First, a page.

SJ Quinney College of Law, University of Utah


In a sense, war has not changed. The end results will always remain the same: death and destruction; even if that destruction is not fully tangible. The results may be instantaneous, or they may be delayed. It is only the means implemented to achieve these destructive ends that evolve. Cyberwarfare is a product of that evolution. Most importantly, we must always remain abreast of evolution and the changes in warfare in order to effectively and efficiently respond to new attacks, and to prevent them as well.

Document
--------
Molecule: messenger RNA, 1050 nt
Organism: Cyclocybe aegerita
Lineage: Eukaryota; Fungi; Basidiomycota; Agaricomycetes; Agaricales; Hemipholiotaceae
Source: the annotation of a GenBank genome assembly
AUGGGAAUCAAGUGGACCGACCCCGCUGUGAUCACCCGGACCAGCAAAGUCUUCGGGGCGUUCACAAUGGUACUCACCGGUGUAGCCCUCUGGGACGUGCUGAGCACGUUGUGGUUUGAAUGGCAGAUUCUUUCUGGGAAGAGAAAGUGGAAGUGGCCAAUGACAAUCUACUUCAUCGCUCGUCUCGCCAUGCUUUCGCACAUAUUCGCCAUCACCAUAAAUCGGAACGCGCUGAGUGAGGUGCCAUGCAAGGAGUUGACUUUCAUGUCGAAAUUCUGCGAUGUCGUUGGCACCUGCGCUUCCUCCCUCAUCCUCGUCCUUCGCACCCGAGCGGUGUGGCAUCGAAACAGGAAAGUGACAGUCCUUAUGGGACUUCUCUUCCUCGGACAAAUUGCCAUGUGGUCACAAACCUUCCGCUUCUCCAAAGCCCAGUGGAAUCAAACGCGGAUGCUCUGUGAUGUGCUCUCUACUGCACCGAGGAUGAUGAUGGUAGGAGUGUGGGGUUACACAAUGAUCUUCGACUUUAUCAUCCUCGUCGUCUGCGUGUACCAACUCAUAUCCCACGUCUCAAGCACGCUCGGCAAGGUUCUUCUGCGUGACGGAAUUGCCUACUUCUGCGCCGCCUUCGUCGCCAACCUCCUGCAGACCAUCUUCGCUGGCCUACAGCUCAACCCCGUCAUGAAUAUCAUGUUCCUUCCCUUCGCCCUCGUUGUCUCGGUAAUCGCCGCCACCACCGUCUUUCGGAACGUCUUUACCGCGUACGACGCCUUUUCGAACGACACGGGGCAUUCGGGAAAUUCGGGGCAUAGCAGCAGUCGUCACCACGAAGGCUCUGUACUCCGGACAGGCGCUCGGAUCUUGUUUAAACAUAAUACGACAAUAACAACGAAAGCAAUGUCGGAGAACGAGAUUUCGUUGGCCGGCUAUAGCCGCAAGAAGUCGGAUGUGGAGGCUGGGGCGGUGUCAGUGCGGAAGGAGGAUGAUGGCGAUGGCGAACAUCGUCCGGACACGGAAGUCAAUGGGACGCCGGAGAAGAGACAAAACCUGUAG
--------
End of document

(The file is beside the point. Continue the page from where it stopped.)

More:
This Note sheds light on recent evolution in warfare. It enlightens the reader of the history and science behind cyberattacks through recent incidents involving cyber; argues that cyberattacks can constitute an act of war in international law by triggering the right to self-defense; proposes a tiered analysis in order to effectively, proportionally, and legally respond to attacks in cyberspace; and recommends that the international and national community take the necessary measures to implement this suggestion in order to prepare for the inevitable: a devastating cyberattack.